My first interaction with legalese in a contract was similar to most.
“What did I just read? I’ll have to Google this. What is this sentence trying to say? That is an excessive number of commas. Do I need to learn Latin?”
This confusion is an unnecessary burden on all contract readers. Business leaders and lay people should not be puzzled by what was agreed upon in a contract. Moreover, the attorneys or judges who eventually interpret the meaning of the contract should not have to decipher contract language like they are like
Ralphie in A Christmas Story, figuring out the
Little Orphan Annie message.
Contract drafting should focus on protecting clients with clear language, not complex legalese.
Coming to an agreement is not easy. It takes significant time, effort, and money. When the parties finally hit the sweet spot on an agreement, it should be clear what each party intended and agreed on.
I am surprised how contracts still use this unnecessary, confusing language.
Legalese is specialized terminology and phrasing used within legal documents.
Here are some examples of the outdated words classified as legalese:
- coupled with an interest
These kind of legalese terms are not the only issue. Redundant, lengthy sentences can be formed to over-complicate a simple purpose just to make a contract “sound more legal.”
Contract readers of all skill levels have to interpret a mess of punctuation and old English to understand the intent of the parties.
Granted, length does not always reflect obscurity. Length of sentences can provide necessary language to also combat ambiguity and vagueness. The excessive, non-essential legalese however create an unnecessary wall built around clarity.
Lessons from 1L Year
The cases all law students have to read in their 1L Contracts course teach them many lessons. Not just how useful sites like
Quimbee are, but how to avoid the mistakes made by contract writers in the past.
Nicholas Fucinato, is a 3L at Marquette University Law School graduating in May 2022.
We are taught to make sure the contract language you are writing has a plain meaning, clear intent, and conveys exactly what is agreed upon. Courts and attorneys should be able to easily discern what the intent of the parties were and what each word, sentence, and provision means. Clarity should be one of the top priorities when you are writing a contract. Extra words and drawn-out sentences can obscure the contract language.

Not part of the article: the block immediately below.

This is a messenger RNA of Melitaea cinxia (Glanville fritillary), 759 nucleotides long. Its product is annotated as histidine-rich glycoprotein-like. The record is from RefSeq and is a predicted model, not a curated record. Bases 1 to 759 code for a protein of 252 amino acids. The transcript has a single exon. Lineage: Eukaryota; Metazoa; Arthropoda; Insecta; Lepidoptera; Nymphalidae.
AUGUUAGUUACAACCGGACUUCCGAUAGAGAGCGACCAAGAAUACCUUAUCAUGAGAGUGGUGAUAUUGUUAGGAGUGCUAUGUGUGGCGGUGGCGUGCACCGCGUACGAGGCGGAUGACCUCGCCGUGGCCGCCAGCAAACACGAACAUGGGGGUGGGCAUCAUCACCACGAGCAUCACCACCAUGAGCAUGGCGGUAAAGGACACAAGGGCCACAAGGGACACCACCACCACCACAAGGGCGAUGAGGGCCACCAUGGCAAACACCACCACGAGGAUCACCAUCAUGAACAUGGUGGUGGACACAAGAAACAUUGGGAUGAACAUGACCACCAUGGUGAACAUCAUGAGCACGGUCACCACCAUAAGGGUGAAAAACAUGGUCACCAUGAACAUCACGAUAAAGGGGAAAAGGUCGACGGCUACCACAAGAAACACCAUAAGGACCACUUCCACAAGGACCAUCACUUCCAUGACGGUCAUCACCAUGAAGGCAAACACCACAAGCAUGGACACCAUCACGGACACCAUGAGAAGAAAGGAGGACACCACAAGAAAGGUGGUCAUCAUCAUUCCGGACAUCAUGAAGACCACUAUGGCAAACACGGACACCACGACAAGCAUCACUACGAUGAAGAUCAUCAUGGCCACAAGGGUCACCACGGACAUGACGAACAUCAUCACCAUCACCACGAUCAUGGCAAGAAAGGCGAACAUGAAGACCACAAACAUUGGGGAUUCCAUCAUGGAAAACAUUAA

Drawing a Line
As a contract writer, why should you risk creating ambiguity or vagueness? This may be a fine line to tow. Contract drafters want to include language that covers all legal points, and this may involve some of the established legalese in certain situations.
However, purposely trying to create complex, wordy sentences to confuse the reader is an act of bad faith.
Contracts should be definitive and concise about the intent of the parties, providing the reader a clear understanding of what the parties are agreeing to. This may involve some length or certain language but legalese can frustrate these goals if used excessively.
Ambiguity and vagueness lead to conflict and litigation. Why include expendable legalese to confuse readers?
Protects Clients, Prevents Litigation
To all attorneys, it is time to keep it simple. The legal profession should not be about showing one’s knowledge of passive voice, sentence structure, or
Black’s Law Dictionary.
It should be about protecting clients and forming a contract that is definitive. A contract should distinctly lay out an agreement of the parties while covering all legal points.
Ending the use of most legalese won’t hinder demand for trained and experienced attorneys. It will only help prevent ambiguity, confusion, and avoidable litigation. Business leaders and lay people will still need interpretations from attorneys, for they eventually interpret the meaning of the contract in the event of a dispute.
Legalese on a Diet
Only certain situations should involve legalese to provide specific meaning or established legal terms, including “force majeure,” “warranty,” and “indemnification.” These legal terms have a place in contracts to protect clients.
Providing definitions of these terms, either in text or in another section, can be used to give clarity to these terms, if needed. (Tip: When defining difficult terms, never use the word you are defining in the definition of the word. This is a frustrating redundancy that I am shocked to see in contracts.)
Also, updating standard contract forms that have been used for many years may be time consuming, but it is time to transition away from the old English and Latin. It is time to take out legalese and keep contract language clear and to the point.
Conclusion: Times Are Changing
Taking out legalese like the examples above should not be too burdensome of an update. The only legalese that should remain is the necessary terms and language to protect the client.
I hope the legal profession will continue to grow out of its’ old, unnecessary habits. As Bob Dylan sang, “For the times they are a-changin’,” and excessive legalese that should be left behind.
Learn how to write clearly and effectively in the upcoming Business Law Section CLE
Applying the Golden Rule of Legal Writing on April 8, 2022. This is a live lunch hour webcast and is available for free to members of the Business Law Section.
This article was originally published on the State Bar of Wisconsin’s
Business Law Blog. Visit the State Bar
sections or the
Business Law Section webpages to learn more about the benefits of section membership.